I was recently talking to someone who is thinking about starting plants from seeds for the first time. Some of her questions included whether it’s too late to start seedlings for this year and if she is going to do indoor seedlings, how should she get started? Since these are some of the questions I had when i was new to gardening, I thought it would be good to share some of my experiences here.
A few points: I’m not a professional farmer, I grow a backyard garden in the suburbs. My knowledge comes from experience, web research and consulting with others who grow gardens.
A lot of facts about timing depend on what region and USDA plant hardiness zone you are in. There are very different answers for people growing gardens in the southern US versus in New England vs another country. All of my experience is from New England zone 6b to be exact (although the Veggie Gardener points out that if you use 3 different hardiness zone maps they will probably put you in 3 different regions – especially on the East Coast).
So you want to start from seeds… I’ve been trying variations on this in recent years to try and save a few dollars. There are different answers depending on what you’re planting:
Plant seeds in the ground in the early spring
Some plants can go in the ground in the early spring (now if you’re reading this when I’m publishing it) as seeds. For these plants the rule of thumb is “when you can work the ground to put the seeds in.” These include plants like snow peas, snap peas, lettuce, spinach and broccoli.
Plant seeds in the ground in the late spring
There are other vegetables that I’ve had success with as seeds straight into the ground a little later in the season. These include carrots (should soak seeds in water overnight), squash, green beans, corn & cilantro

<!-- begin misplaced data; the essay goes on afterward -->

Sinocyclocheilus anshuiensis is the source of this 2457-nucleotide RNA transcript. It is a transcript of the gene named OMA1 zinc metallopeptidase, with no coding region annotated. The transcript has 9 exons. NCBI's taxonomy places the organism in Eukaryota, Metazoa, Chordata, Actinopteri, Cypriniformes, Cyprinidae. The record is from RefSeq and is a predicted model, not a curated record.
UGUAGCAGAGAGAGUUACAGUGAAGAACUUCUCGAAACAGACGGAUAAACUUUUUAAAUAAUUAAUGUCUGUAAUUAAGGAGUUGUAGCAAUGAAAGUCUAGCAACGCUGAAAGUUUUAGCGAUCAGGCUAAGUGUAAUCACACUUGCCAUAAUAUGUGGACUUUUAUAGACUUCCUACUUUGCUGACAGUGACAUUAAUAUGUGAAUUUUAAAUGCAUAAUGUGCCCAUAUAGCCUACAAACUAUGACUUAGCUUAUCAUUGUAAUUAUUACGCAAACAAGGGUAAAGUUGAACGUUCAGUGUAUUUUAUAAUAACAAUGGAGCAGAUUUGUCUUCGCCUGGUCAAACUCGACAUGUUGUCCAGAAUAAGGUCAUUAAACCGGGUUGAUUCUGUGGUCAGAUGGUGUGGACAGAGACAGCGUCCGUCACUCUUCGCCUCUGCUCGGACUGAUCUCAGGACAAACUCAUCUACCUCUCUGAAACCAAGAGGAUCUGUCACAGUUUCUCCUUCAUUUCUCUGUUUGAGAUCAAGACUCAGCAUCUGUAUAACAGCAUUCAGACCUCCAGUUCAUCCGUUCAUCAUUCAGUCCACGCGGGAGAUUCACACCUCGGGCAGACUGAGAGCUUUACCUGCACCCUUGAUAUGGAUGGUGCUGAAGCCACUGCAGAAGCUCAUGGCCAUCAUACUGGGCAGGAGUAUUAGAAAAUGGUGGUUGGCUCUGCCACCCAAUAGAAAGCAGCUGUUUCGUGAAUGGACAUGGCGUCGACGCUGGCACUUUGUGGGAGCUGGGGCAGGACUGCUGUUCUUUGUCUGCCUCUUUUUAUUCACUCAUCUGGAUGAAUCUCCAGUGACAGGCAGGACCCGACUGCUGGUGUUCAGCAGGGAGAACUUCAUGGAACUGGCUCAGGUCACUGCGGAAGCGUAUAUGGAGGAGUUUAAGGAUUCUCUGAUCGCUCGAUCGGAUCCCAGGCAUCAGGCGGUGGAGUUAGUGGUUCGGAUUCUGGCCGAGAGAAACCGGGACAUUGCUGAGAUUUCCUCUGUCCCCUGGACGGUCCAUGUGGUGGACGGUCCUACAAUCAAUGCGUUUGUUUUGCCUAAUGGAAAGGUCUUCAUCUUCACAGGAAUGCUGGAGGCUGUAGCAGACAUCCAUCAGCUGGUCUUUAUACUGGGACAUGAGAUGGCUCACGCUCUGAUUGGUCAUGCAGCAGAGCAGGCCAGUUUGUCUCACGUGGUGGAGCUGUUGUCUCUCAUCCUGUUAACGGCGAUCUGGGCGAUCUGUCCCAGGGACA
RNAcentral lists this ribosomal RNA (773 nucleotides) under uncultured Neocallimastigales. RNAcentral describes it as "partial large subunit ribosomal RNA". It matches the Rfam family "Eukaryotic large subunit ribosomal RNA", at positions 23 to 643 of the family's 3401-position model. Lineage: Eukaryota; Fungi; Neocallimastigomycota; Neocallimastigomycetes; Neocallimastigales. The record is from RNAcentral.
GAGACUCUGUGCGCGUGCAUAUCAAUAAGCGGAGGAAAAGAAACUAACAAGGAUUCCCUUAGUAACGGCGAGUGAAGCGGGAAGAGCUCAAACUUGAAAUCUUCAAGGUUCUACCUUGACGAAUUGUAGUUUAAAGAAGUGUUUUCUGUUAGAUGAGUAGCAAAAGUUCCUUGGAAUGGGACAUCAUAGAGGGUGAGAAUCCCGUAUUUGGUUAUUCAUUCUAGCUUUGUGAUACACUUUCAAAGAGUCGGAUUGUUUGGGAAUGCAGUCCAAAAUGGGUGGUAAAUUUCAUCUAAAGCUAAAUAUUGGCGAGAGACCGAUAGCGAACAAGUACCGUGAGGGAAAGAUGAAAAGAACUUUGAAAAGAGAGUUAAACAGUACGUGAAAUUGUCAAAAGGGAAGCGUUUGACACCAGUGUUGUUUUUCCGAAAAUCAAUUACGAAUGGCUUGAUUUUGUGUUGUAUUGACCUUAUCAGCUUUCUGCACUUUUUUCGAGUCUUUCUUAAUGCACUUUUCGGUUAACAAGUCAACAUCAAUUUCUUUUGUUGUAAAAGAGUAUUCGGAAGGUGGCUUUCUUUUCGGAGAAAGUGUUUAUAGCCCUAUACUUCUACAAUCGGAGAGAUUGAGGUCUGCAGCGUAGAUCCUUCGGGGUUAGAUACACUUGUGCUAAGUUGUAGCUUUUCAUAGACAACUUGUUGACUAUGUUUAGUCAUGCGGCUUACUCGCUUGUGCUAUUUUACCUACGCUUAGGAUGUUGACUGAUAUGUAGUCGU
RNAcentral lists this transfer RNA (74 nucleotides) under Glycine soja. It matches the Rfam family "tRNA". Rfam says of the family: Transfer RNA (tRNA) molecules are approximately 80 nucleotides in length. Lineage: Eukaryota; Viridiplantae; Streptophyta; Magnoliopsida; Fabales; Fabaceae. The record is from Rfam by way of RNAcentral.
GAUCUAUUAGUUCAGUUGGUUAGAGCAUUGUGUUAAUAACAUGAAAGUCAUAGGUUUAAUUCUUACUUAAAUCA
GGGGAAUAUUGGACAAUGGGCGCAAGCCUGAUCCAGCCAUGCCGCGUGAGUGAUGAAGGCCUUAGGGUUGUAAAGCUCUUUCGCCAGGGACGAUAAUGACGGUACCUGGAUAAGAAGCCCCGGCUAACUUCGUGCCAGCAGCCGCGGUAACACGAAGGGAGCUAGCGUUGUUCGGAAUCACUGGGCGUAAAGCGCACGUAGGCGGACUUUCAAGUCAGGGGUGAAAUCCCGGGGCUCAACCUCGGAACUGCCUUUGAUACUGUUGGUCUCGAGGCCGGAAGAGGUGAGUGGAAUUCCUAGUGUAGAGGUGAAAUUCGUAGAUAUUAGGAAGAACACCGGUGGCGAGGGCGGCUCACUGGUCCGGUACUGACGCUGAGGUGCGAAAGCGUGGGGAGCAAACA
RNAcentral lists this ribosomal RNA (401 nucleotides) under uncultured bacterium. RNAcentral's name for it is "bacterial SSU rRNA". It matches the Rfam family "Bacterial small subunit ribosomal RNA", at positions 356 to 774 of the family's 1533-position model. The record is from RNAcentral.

Planting seeds with children
|Even a toddler can help plant seeds|
I’m a big fan of putting seeds straight into the ground because this is a very rewarding activity for children to do. Even the youngest children can drop the seeds on the ground and it’s easy for them to help with the watering. When you plant straight outdoors, you don’t mind as much if they spill half the can on the way to the garden! Another nice side-effect when children plant seeds outdoors is that they have to go outside to check on their plants. I find that when children have plants inside they check on them several times a day and get quickly frustrated that the plant isn’t growing fast enough to keep their interest. If the plants are outside they don’t check the plants as often and their attention lasts longer through the sprouting time. The outdoor plants are also more forgiving to the amount of water children give them.
Plants to grow from seedlings
There are some vegetables that I’ve really only had success with if I start with seedlings. These include cucumbers, tomatoes, basil and any berries including strawberries. Your mileage may vary on these, but I have had very little success starting these plants from seeds directly in the garden in my region.
Growing your own seedlings
If you are going to grow your own seedlings, consider whether you have a sunny, southern location indoors that you can use to grow them. If this is your first time growing seedlings, I recommend going to a garden store and getting a kit. Once you’ve done it a few times you’ll know what pieces you need and you can buy just the individual parts. We no longer have space inside to grow seedlings, so I either get them from friends or buy them.
Your seedling-growing space should be secure from pets and small children. Some of the problems we’ve run into include cats eating and knocking over the plants, children dumping out the dirt and putting them in such a secure area that they don’t get watered often enough.
Plants that plant themselves
For what it’s worth, we’ve planted several things that come back year after year. This isn’t surprising for the strawberries & blackberries, they’re supposed to take several years to establish and production tends to increase over the first few years. The following items are either perennials and come back reliably, or are annuals that tend to re-seed themselves each year: Chives, cilantro, sage, mint, tomatoes & squash. I now usually leave one or two “rogue” squash plants in my garden each year and let myself be surprised by what kind of squash I get.
A few interesting points on our returning plants:
- Mint is VERY aggressive and hardy. Once you plant it it’s hard to get rid of it.
- We were able to harvest sage all winter long – as long as we could get through the snow to it!
- No matter how hard you try, dandelions are very hard to get rid of permanently. Consider giving in and trying dandelion soup or salad!